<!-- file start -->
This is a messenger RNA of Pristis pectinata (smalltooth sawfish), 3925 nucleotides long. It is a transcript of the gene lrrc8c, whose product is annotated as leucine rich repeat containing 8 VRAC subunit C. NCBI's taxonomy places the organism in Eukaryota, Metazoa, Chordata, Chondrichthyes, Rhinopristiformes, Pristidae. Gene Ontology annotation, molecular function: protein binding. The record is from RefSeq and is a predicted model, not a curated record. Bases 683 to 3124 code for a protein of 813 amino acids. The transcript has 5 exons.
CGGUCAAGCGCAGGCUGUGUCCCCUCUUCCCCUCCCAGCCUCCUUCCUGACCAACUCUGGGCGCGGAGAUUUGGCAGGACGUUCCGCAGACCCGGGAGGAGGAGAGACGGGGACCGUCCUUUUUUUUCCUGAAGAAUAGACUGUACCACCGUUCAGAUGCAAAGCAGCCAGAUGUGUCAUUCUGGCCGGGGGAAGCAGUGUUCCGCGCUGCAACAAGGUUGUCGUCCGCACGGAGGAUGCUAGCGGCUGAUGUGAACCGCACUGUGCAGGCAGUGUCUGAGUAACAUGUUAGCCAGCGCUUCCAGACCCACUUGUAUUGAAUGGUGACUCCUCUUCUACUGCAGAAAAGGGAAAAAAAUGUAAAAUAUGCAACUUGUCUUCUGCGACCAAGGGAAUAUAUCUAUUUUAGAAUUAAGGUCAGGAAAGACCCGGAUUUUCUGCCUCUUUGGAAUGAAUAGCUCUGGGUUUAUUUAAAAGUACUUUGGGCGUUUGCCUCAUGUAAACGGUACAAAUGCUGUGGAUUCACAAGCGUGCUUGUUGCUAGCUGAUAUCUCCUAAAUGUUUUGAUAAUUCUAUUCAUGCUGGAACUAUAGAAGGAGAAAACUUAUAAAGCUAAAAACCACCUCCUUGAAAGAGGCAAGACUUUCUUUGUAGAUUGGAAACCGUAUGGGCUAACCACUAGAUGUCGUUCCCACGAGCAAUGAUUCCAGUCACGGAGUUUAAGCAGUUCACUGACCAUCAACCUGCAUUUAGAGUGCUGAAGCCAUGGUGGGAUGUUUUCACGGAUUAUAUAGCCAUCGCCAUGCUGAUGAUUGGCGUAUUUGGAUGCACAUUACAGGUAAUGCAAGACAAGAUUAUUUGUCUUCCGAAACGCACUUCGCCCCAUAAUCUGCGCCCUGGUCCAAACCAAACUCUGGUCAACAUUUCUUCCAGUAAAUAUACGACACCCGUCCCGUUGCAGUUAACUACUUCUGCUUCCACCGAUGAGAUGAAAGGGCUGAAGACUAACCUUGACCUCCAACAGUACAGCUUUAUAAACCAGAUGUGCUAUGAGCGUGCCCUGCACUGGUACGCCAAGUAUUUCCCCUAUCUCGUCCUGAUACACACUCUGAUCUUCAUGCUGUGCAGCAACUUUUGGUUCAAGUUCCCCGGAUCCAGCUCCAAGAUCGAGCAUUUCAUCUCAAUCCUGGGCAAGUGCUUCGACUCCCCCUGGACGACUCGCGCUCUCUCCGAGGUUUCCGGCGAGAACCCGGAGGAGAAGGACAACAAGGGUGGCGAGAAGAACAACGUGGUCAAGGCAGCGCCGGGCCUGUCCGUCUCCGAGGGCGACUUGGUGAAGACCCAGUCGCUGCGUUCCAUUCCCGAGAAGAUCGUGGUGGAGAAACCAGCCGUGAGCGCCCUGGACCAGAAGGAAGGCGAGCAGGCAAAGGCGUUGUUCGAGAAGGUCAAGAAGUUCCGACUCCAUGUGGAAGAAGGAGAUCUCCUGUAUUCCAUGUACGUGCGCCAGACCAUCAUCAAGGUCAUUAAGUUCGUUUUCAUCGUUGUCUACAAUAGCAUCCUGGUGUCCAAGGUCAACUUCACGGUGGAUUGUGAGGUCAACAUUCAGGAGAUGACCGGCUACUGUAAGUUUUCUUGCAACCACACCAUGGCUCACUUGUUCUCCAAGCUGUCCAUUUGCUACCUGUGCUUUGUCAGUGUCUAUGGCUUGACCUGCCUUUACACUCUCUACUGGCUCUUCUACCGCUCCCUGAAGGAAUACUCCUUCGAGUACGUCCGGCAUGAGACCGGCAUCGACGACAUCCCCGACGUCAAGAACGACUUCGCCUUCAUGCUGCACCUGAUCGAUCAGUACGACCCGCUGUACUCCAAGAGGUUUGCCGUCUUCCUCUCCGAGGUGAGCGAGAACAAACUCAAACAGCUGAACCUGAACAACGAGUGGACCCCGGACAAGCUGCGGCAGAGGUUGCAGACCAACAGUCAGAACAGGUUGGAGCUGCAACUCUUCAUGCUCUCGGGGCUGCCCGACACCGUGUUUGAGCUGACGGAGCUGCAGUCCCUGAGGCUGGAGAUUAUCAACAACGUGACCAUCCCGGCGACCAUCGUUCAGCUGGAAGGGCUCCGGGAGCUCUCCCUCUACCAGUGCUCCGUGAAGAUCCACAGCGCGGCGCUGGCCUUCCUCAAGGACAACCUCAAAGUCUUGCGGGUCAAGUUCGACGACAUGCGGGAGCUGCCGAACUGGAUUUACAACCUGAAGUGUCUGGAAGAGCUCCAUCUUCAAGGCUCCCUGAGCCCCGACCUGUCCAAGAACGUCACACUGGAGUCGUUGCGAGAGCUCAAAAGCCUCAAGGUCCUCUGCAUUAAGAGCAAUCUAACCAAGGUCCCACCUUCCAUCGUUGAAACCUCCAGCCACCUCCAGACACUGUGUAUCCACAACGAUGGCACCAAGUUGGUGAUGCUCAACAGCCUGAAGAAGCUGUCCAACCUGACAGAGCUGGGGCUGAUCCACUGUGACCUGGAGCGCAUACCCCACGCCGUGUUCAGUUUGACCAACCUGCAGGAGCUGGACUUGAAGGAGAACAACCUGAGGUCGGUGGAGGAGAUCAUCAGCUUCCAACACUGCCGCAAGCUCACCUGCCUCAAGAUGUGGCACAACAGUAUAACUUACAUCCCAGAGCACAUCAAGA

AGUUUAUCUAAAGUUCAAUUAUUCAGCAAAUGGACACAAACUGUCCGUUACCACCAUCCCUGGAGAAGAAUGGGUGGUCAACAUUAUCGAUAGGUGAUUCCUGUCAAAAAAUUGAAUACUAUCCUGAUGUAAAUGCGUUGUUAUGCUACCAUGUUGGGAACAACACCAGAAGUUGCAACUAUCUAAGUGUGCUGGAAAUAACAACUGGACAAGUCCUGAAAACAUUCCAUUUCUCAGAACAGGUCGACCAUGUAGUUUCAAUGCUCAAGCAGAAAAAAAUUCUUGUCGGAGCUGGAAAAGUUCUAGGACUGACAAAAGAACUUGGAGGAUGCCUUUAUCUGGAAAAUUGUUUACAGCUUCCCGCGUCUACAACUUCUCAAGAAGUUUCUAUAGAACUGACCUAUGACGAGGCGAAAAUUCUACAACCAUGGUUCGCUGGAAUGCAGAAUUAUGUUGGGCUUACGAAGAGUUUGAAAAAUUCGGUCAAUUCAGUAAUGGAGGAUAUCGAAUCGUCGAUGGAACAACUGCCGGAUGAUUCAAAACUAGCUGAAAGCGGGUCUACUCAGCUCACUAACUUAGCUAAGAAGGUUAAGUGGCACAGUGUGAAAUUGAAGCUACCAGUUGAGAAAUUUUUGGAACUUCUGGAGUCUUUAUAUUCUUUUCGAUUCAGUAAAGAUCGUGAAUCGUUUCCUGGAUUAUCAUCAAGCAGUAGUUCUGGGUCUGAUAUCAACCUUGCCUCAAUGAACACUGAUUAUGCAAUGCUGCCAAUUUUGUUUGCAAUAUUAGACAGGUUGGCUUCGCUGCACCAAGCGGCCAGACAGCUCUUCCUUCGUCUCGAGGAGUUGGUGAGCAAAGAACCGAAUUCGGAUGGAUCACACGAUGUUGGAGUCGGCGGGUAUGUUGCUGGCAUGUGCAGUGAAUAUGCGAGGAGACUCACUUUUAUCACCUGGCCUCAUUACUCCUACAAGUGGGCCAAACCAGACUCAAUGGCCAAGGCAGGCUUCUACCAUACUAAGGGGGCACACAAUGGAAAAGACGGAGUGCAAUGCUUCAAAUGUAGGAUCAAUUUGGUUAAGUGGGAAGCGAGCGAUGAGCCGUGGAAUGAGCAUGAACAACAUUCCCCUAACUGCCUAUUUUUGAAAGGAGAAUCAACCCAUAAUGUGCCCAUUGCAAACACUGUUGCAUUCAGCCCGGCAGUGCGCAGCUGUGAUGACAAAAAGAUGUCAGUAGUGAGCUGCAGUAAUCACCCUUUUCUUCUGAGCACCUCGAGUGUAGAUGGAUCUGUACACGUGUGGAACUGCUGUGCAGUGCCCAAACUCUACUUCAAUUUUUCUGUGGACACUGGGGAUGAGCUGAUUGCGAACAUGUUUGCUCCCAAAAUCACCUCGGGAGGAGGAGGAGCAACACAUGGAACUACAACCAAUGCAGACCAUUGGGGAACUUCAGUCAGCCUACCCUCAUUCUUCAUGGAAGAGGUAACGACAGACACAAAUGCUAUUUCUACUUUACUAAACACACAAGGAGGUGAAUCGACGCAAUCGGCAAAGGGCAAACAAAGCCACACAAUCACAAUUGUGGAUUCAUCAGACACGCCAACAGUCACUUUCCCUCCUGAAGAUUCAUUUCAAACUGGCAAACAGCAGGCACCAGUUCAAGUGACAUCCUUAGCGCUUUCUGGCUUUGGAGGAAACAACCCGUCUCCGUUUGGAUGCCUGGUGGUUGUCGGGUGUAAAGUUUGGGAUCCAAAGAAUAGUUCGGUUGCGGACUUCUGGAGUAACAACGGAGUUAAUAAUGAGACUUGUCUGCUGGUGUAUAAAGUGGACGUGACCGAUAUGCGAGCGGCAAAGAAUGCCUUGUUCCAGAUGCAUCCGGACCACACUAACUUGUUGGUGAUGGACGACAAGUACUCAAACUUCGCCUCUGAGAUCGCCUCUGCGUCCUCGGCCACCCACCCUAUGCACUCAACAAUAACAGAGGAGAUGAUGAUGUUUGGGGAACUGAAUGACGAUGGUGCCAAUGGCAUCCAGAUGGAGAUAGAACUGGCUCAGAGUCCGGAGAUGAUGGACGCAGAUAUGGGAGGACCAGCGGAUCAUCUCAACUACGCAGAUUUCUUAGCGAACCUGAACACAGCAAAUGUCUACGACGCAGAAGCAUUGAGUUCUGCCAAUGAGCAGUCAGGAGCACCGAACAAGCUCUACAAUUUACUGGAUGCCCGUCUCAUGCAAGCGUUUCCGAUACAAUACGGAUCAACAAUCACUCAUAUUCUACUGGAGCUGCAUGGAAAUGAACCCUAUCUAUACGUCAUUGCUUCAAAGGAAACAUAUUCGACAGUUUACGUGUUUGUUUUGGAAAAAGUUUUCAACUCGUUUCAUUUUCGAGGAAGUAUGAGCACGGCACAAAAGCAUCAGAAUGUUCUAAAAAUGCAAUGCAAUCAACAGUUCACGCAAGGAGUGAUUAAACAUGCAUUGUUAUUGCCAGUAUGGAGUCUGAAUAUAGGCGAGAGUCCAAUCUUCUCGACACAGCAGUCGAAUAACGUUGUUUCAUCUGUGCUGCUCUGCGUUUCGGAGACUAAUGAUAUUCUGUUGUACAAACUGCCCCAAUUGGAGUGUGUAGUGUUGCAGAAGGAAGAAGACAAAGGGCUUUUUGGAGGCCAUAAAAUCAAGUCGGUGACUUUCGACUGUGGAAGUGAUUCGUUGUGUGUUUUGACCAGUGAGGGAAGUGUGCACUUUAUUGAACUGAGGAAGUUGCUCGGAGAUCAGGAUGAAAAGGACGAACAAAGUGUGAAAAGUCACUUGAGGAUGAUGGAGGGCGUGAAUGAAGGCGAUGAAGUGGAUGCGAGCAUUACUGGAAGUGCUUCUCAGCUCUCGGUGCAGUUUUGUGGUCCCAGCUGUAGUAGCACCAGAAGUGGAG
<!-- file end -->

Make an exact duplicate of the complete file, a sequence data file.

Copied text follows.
This is a messenger RNA of Pristis pectinata (smalltooth sawfish), 3925 nucleotides long. It is a transcript of the gene lrrc8c, whose product is annotated as leucine rich repeat containing 8 VRAC subunit C. NCBI's taxonomy places the organism in Eukaryota, Metazoa, Chordata, Chondrichthyes, Rhinopristiformes, Pristidae. Gene Ontology annotation, molecular function: protein binding. The record is from RefSeq and is a predicted model, not a curated record. Bases 683 to 3124 code for a protein of 813 amino acids. The transcript has 5 exons.
CGGUCAAGCGCAGGCUGUGUCCCCUCUUCCCCUCCCAGCCUCCUUCCUGACCAACUCUGGGCGCGGAGAUUUGGCAGGACGUUCCGCAGACCCGGGAGGAGGAGAGACGGGGACCGUCCUUUUUUUUCCUGAAGAAUAGACUGUACCACCGUUCAGAUGCAAAGCAGCCAGAUGUGUCAUUCUGGCCGGGGGAAGCAGUGUUCCGCGCUGCAACAAGGUUGUCGUCCGCACGGAGGAUGCUAGCGGCUGAUGUGAACCGCACUGUGCAGGCAGUGUCUGAGUAACAUGUUAGCCAGCGCUUCCAGACCCACUUGUAUUGAAUGGUGACUCCUCUUCUACUGCAGAAAAGGGAAAAAAAUGUAAAAUAUGCAACUUGUCUUCUGCGACCAAGGGAAUAUAUCUAUUUUAGAAUUAAGGUCAGGAAAGACCCGGAUUUUCUGCCUCUUUGGAAUGAAUAGCUCUGGGUUUAUUUAAAAGUACUUUGGGCGUUUGCCUCAUGUAAACGGUACAAAUGCUGUGGAUUCACAAGCGUGCUUGUUGCUAGCUGAUAUCUCCUAAAUGUUUUGAUAAUUCUAUUCAUGCUGGAACUAUAGAAGGAGAAAACUUAUAAAGCUAAAAACCACCUCCUUGAAAGAGGCAAGACUUUCUUUGUAGAUUGGAAACCGUAUGGGCUAACCACUAGAUGUCGUUCCCACGAGCAAUGAUUCCAGUCACGGAGUUUAAGCAGUUCACUGACCAUCAACCUGCAUUUAGAGUGCUGAAGCCAUGGUGGGAUGUUUUCACGGAUUAUAUAGCCAUCGCCAUGCUGAUGAUUGGCGUAUUUGGAUGCACAUUACAGGUAAUGCAAGACAAGAUUAUUUGUCUUCCGAAACGCACUUCGCCCCAUAAUCUGCGCCCUGGUCCAAACCAAACUCUGGUCAACAUUUCUUCCAGUAAAUAUACGACACCCGUCCCGUUGCAGUUAACUACUUCUGCUUCCACCGAUGAGAUGAAAGGGCUGAAGACUAACCUUGACCUCCAACAGUACAGCUUUAUAAACCAGAUGUGCUAUGAGCGUGCCCUGCACUGGUACGCCAAGUAUUUCCCCUAUCUCGUCCUGAUACACACUCUGAUCUUCAUGCUGUGCAGCAACUUUUGGUUCAAGUUCCCCGGAUCCAGCUCCAAGAUCGAGCAUUUCAUCUCAAUCCUGGGCAAGUGCUUCGACUCCCCCUGGACGACUCGCGCUCUCUCCGAGGUUUCCGGCGAGAACCCGGAGGAGAAGGACAACAAGGGUGGCGAGAAGAACAACGUGGUCAAGGCAGCGCCGGGCCUGUCCGUCUCCGAGGGCGACUUGGUGAAGACCCAGUCGCUGCGUUCCAUUCCCGAGAAGAUCGUGGUGGAGAAACCAGCCGUGAGCGCCCUGGACCAGAAGGAAGGCGAGCAGGCAAAGGCGUUGUUCGAGAAGGUCAAGAAGUUCCGACUCCAUGUGGAAGAAGGAGAUCUCCUGUAUUCCAUGUACGUGCGCCAGACCAUCAUCAAGGUCAUUAAGUUCGUUUUCAUCGUUGUCUACAAUAGCAUCCUGGUGUCCAAGGUCAACUUCACGGUGGAUUGUGAGGUCAACAUUCAGGAGAUGACCGGCUACUGUAAGUUUUCUUGCAACCACACCAUGGCUCACUUGUUCUCCAAGCUGUCCAUUUGCUACCUGUGCUUUGUCAGUGUCUAUGGCUUGACCUGCCUUUACACUCUCUACUGGCUCUUCUACCGCUCCCUGAAGGAAUACUCCUUCGAGUACGUCCGGCAUGAGACCGGCAUCGACGACAUCCCCGACGUCAAGAACGACUUCGCCUUCAUGCUGCACCUGAUCGAUCAGUACGACCCGCUGUACUCCAAGAGGUUUGCCGUCUUCCUCUCCGAGGUGAGCGAGAACAAACUCAAACAGCUGAACCUGAACAACGAGUGGACCCCGGACAAGCUGCGGCAGAGGUUGCAGACCAACAGUCAGAACAGGUUGGAGCUGCAACUCUUCAUGCUCUCGGGGCUGCCCGACACCGUGUUUGAGCUGACGGAGCUGCAGUCCCUGAGGCUGGAGAUUAUCAACAACGUGACCAUCCCGGCGACCAUCGUUCAGCUGGAAGGGCUCCGGGAGCUCUCCCUCUACCAGUGCUCCGUGAAGAUCCACAGCGCGGCGCUGGCCUUCCUCAAGGACAACCUCAAAGUCUUGCGGGUCAAGUUCGACGACAUGCGGGAGCUGCCGAACUGGAUUUACAACCUGAAGUGUCUGGAAGAGCUCCAUCUUCAAGGCUCCCUGAGCCCCGACCUGUCCAAGAACGUCACACUGGAGUCGUUGCGAGAGCUCAAAAGCCUCAAGGUCCUCUGCAUUAAGAGCAAUCUAACCAAGGUCCCACCUUCCAUCGUUGAAACCUCCAGCCACCUCCAGACACUGUGUAUCCACAACGAUGGCACCAAGUUGGUGAUGCUCAACAGCCUGAAGAAGCUGUCCAACCUGACAGAGCUGGGGCUGAUCCACUGUGACCUGGAGCGCAUACCCCACGCCGUGUUCAGUUUGACCAACCUGCAGGAGCUGGACUUGAAGGAGAACAACCUGAGGUCGGUGGAGGAGAUCAUCAGCUUCCAACACUGCCGCAAGCUCACCUGCCUCAAGAUGUGGCACAACAGUAUAACUUACAUCCCAGAGCACAUCAAGA

AGUUUAUCUAAAGUUCAAUUAUUCAGCAAAUGGACACAAACUGUCCGUUACCACCAUCCCUGGAGAAGAAUGGGUGGUCAACAUUAUCGAUAGGUGAUUCCUGUCAAAAAAUUGAAUACUAUCCUGAUGUAAAUGCGUUGUUAUGCUACCAUGUUGGGAACAACACCAGAAGUUGCAACUAUCUAAGUGUGCUGGAAAUAACAACUGGACAAGUCCUGAAAACAUUCCAUUUCUCAGAACAGGUCGACCAUGUAGUUUCAAUGCUCAAGCAGAAAAAAAUUCUUGUCGGAGCUGGAAAAGUUCUAGGACUGACAAAAGAACUUGGAGGAUGCCUUUAUCUGGAAAAUUGUUUACAGCUUCCCGCGUCUACAACUUCUCAAGAAGUUUCUAUAGAACUGACCUAUGACGAGGCGAAAAUUCUACAACCAUGGUUCGCUGGAAUGCAGAAUUAUGUUGGGCUUACGAAGAGUUUGAAAAAUUCGGUCAAUUCAGUAAUGGAGGAUAUCGAAUCGUCGAUGGAACAACUGCCGGAUGAUUCAAAACUAGCUGAAAGCGGGUCUACUCAGCUCACUAACUUAGCUAAGAAGGUUAAGUGGCACAGUGUGAAAUUGAAGCUACCAGUUGAGAAAUUUUUGGAACUUCUGGAGUCUUUAUAUUCUUUUCGAUUCAGUAAAGAUCGUGAAUCGUUUCCUGGAUUAUCAUCAAGCAGUAGUUCUGGGUCUGAUAUCAACCUUGCCUCAAUGAACACUGAUUAUGCAAUGCUGCCAAUUUUGUUUGCAAUAUUAGACAGGUUGGCUUCGCUGCACCAAGCGGCCAGACAGCUCUUCCUUCGUCUCGAGGAGUUGGUGAGCAAAGAACCGAAUUCGGAUGGAUCACACGAUGUUGGAGUCGGCGGGUAUGUUGCUGGCAUGUGCAGUGAAUAUGCGAGGAGACUCACUUUUAUCACCUGGCCUCAUUACUCCUACAAGUGGGCCAAACCAGACUCAAUGGCCAAGGCAGGCUUCUACCAUACUAAGGGGGCACACAAUGGAAAAGACGGAGUGCAAUGCUUCAAAUGUAGGAUCAAUUUGGUUAAGUGGGAAGCGAGCGAUGAGCCGUGGAAUGAGCAUGAACAACAUUCCCCUAACUGCCUAUUUUUGAAAGGAGAAUCAACCCAUAAUGUGCCCAUUGCAAACACUGUUGCAUUCAGCCCGGCAGUGCGCAGCUGUGAUGACAAAAAGAUGUCAGUAGUGAGCUGCAGUAAUCACCCUUUUCUUCUGAGCACCUCGAGUGUAGAUGGAUCUGUACACGUGUGGAACUGCUGUGCAGUGCCCAAACUCUACUUCAAUUUUUCUGUGGACACUGGGGAUGAGCUGAUUGCGAACAUGUUUGCUCCCAAAAUCACCUCGGGAGGAGGAGGAGCAACACAUGGAACUACAACCAAUGCAGACCAUUGGGGAACUUCAGUCAGCCUACCCUCAUUCUUCAUGGAAGAGGUAACGACAGACACAAAUGCUAUUUCUACUUUACUAAACACACAAGGAGGUGAAUCGACGCAAUCGGCAAAGGGCAAACAAAGCCACACAAUCACAAUUGUGGAUUCAUCAGACACGCCAACAGUCACUUUCCCUCCUGAAGAUUCAUUUCAAACUGGCAAACAGCAGGCACCAGUUCAAGUGACAUCCUUAGCGCUUUCUGGCUUUGGAGGAAACAACCCGUCUCCGUUUGGAUGCCUGGUGGUUGUCGGGUGUAAAGUUUGGGAUCCAAAGAAUAGUUCGGUUGCGGACUUCUGGAGUAACAACGGAGUUAAUAAUGAGACUUGUCUGCUGGUGUAUAAAGUGGACGUGACCGAUAUGCGAGCGGCAAAGAAUGCCUUGUUCCAGAUGCAUCCGGACCACACUAACUUGUUGGUGAUGGACGACAAGUACUCAAACUUCGCCUCUGAGAUCGCCUCUGCGUCCUCGGCCACCCACCCUAUGCACUCAACAAUAACAGAGGAGAUGAUGAUGUUUGGGGAACUGAAUGACGAUGGUGCCAAUGGCAUCCAGAUGGAGAUAGAACUGGCUCAGAGUCCGGAGAUGAUGGACGCAGAUAUGGGAGGACCAGCGGAUCAUCUCAACUACGCAGAUUUCUUAGCGAACCUGAACACAGCAAAUGUCUACGACGCAGAAGCAUUGAGUUCUGCCAAUGAGCAGUCAGGAGCACCGAACAAGCUCUACAAUUUACUGGAUGCCCGUCUCAUGCAAGCGUUUCCGAUACAAUACGGAUCAACAAUCACUCAUAUUCUACUGGAGCUGCAUGGAAAUGAACCCUAUCUAUACGUCAUUGCUUCAAAGGAAACAUAUUCGACAGUUUACGUGUUUGUUUUGGAAAAAGUUUUCAACUCGUUUCAUUUUCGAGGAAGUAUGAGCACGGCACAAAAGCAUCAGAAUGUUCUAAAAAUGCAAUGCAAUCAACAGUUCACGCAAGGAGUGAUUAAACAUGCAUUGUUAUUGCCAGUAUGGAGUCUGAAUAUAGGCGAGAGUCCAAUCUUCUCGACACAGCAGUCGAAUAACGUUGUUUCAUCUGUGCUGCUCUGCGUUUCGGAGACUAAUGAUAUUCUGUUGUACAAACUGCCCCAAUUGGAGUGUGUAGUGUUGCAGAAGGAAGAAGACAAAGGGCUUUUUGGAGGCCAUAAAAUCAAGUCGGUGACUUUCGACUGUGGAAGUGAUUCGUUGUGUGUUUUGACCAGUGAGGGAAGUGUGCACUUUAUUGAACUGAGGAAGUUGCUCGGAGAUCAGGAUGAAAAGGACGAACAAAGUGUGAAAAGUCACUUGAGGAUGAUGGAGGGCGUGAAUGAAGGCGAUGAAGUGGAUGCGAGCAUUACUGGAAGUGCUUCUCAGCUCUCGGUGCAGUUUUGUGGUCCCAGCUGUAGUAGCACCAGAAGUGGAG